I stumbled across this post recently on the website of Conservative MP Rob Halfon:

Dog bite victim meets MP and Justice Secretary

Published by Robert Halfon on June 18, 2013  | 1 Response
“I was delighted to introduce Brandon Elston, the  14-year-old Harlow boy who was attacked by a dog, to Justice Secretary Chris Grayling as my campaign continues for tougher sentences for the owners of dangerous dogs. Brandon and his parents yesterday (Monday) met Mr Grayling after I called for tougher action since the incident which left Brandon with a severed artery and a 5cm wound. Mr Grayling has pledged to look into the issue and see where the law could be changed to help Brandon. He added that he would also discuss Brandon’s case with  Home Secretary Theresa May. I have  already tabled a parliamentary motion which states:  That this House notes that the Ministry of Justice fully understands the need for tough sentences regarding those who own dangerous dogs; further notes however that the owner of a dog which inflicted a 5cm flesh wound and a severed artery on a constituent of the hon. Member for Harlow has escaped unpunished whilst the dog’s walker was handed a £250 compensation order; and asks the Secretary of State for Justice if he will consider reviewing the legislation on dog attacks in public areas to help put an end to such sentencing. In addition I have has raised Brandon’s case in Business Questions in the House of Commons when he highlighted the £250 compensation order imposed following the attack on Brandon. I asked the Leader of the House of Commons, Andrew Lansley, whether he agreed that sentences such as the £250 compensation order for the attack were unacceptable. I have also called for an urgent statement to review the sentencing for dangerous dog attacks and asked Mr Lansley whether he would write to the Justice Secretary about the matter. I also hope to make an amendment to the upcoming Bill on dangerous dogs to address some of the issues discussed at our meeting After what happened to Brandon I was really pleased to bring him and his family down to Westminster to meet with the Justice Secretary. Brandon is an incredibly brave young man and suffered hugely. It is wrong that the sentence was so light, and wrong that the dog wasn’t put down. We must make sure that Brandon gets the compensation he deserves.”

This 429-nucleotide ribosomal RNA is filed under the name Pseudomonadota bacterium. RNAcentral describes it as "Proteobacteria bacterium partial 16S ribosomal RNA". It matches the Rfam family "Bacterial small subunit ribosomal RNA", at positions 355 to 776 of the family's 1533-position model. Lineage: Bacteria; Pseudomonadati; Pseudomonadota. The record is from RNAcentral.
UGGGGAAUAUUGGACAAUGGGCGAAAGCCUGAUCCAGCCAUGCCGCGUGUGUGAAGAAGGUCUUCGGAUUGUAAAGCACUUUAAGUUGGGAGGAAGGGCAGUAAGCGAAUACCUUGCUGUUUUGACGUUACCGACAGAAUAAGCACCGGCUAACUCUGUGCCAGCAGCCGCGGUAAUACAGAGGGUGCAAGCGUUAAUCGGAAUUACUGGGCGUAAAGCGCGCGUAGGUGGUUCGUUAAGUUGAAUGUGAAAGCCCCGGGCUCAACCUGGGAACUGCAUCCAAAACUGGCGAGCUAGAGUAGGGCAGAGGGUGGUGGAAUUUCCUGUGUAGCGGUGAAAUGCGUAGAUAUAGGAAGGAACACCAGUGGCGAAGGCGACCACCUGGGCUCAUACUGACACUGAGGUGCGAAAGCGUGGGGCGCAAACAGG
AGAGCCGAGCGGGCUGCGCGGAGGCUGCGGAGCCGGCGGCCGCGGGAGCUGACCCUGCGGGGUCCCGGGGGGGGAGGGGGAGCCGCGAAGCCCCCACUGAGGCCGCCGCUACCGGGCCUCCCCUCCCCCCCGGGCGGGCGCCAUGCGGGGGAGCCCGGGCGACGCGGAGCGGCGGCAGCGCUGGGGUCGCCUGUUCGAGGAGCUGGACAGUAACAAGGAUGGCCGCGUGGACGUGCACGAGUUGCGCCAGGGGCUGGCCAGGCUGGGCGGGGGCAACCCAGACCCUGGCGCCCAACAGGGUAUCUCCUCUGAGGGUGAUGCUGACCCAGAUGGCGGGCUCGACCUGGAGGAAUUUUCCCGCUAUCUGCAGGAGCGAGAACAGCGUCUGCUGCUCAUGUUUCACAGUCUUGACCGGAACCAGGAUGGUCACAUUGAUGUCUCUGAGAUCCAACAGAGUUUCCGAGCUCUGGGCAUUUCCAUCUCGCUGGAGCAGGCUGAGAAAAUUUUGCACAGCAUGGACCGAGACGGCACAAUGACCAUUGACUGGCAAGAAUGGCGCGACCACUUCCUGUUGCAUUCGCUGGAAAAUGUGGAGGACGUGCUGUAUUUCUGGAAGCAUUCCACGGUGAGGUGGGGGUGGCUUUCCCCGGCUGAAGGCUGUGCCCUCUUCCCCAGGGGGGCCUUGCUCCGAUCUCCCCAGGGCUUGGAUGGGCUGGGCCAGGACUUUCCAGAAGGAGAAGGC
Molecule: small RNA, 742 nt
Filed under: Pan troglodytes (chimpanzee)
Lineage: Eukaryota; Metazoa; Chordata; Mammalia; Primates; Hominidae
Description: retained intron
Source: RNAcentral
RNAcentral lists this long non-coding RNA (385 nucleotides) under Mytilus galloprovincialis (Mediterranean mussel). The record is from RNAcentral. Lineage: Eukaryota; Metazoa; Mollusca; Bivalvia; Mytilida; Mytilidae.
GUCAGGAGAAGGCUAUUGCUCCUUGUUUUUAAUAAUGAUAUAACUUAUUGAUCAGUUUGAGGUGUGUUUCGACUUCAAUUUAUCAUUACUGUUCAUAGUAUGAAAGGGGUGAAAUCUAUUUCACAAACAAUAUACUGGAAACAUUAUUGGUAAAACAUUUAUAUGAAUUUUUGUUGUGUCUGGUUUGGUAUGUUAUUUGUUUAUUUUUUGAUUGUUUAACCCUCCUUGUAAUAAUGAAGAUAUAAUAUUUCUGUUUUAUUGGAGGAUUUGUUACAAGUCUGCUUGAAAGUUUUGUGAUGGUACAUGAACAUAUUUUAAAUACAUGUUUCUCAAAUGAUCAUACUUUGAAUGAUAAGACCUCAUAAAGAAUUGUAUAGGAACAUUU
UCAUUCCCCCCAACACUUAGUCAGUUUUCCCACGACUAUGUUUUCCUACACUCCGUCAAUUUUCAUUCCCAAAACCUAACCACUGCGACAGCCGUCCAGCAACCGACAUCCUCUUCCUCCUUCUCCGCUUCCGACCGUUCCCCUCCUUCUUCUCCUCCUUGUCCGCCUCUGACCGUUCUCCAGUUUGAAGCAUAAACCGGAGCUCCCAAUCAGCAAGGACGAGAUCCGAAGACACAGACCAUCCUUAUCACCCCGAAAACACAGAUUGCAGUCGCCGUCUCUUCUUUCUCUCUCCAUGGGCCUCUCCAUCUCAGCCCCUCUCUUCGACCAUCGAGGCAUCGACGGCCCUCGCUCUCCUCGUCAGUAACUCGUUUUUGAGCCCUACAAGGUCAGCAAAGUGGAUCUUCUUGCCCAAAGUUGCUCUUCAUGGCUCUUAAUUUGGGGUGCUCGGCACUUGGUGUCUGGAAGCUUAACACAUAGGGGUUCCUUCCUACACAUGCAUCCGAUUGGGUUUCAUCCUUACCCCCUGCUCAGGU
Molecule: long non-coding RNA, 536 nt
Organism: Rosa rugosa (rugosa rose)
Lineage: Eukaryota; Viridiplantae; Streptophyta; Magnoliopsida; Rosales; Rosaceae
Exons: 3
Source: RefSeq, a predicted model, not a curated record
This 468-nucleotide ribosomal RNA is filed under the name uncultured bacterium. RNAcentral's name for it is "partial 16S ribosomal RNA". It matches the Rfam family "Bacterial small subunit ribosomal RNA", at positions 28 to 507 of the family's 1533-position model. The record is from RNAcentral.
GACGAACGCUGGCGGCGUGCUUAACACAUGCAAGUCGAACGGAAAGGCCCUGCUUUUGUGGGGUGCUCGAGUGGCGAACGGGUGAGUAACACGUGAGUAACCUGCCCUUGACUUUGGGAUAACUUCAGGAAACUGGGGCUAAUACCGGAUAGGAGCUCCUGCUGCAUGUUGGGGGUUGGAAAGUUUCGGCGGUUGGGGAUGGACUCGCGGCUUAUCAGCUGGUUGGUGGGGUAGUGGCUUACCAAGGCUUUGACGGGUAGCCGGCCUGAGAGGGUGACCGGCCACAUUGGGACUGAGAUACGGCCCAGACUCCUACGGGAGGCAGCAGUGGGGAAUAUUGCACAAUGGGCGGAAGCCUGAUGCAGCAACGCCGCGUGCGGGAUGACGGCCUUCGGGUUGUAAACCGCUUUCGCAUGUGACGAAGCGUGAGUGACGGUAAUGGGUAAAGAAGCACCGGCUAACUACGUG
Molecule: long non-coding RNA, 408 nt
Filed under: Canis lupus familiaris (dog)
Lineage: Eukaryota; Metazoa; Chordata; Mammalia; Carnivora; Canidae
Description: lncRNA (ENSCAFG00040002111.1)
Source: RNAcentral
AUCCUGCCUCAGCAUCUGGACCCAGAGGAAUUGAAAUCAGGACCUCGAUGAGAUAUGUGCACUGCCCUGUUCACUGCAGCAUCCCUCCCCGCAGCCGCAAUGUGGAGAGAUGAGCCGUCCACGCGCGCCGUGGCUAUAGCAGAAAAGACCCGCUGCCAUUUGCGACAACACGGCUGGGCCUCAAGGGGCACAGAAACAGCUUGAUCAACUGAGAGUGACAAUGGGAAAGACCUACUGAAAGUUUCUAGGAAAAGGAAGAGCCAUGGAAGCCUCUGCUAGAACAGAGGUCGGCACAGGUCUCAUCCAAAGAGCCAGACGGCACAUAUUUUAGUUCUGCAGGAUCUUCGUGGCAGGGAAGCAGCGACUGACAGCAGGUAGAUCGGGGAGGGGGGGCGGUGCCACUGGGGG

I found the post really interesting because I think it shows really well how misguided and misinformed our law makers our. There is little doubt that the current dog laws and indeed the suggested proposals are inadequate. I fail to see for example how making micro chipping of dogs compulsory would prevent attacks such as this but I feel it is wrong for any changes to concentrate on punitive measures rather than preventative. I find it quite an old fashioned almost biblical “eye for an eye” approach.  I am sure that it brings the dog bite victim a great deal of satisfaction to know the owner is clapped in irons and the dog has been destroyed but my view is that justice isn’t the same as revenge. Unfortunately that’s what so many of these campaigns seem to centre on.  My view (and one shared by the RSPCA and many other leading bodies) remains that the law shouldn’t concentrate of punishing the dog owners after the event but look at ways to prevent such attacks. As I have said before on this site what is actually needed are tougher laws relating to and restricting the ownership of dogs in the first place.

I find it just as interesting to read the pledge from the MP that “We must make sure Brandon gets the compensation he deserves”. I’ll leave aside the fact that due to reforms brought in by the government on 1st April 2013 Brandon is likely to receive less compensation then he would have at the start of the year and I’ll just ask how exactly is this to be achieved? How will the right honourable Mr Halfon make sure that Brandon gets the compensation he deserves?

Brandon could obviously bring a civil claim against the dog owner but unfortunately unless the owner was insured there is little point and he is unlikely to recover any more than the £250 already awarded. Dog bite claims under the CICA (Criminal Injuries Compensation Authority) scheme have never been possible unless they can be shown to be deliberate and given the massive cut backs made to CICA awards recently I doubt any new categories will be considered.

The fact is you can never truly predict how dogs will act. Brandon was attacked by a black Labrador which no one would ever consider “dangerous”. The issue here is with an irresponsible dog owner. A responsible dog owner would have ensured the dog was trained and done all they could to prevent the attack but even that might not have stopped it. However if it had happened the responsible dog owner would have been insured and Brandon would indeed get the compensation he deserves.  Again though, given the governments all out attack on “compensation culture” and the lawyers who help facilitate it I wonder if anyone would be brave enough to pass law which would ensure making such a claim was made easier.


We want justice not revenge
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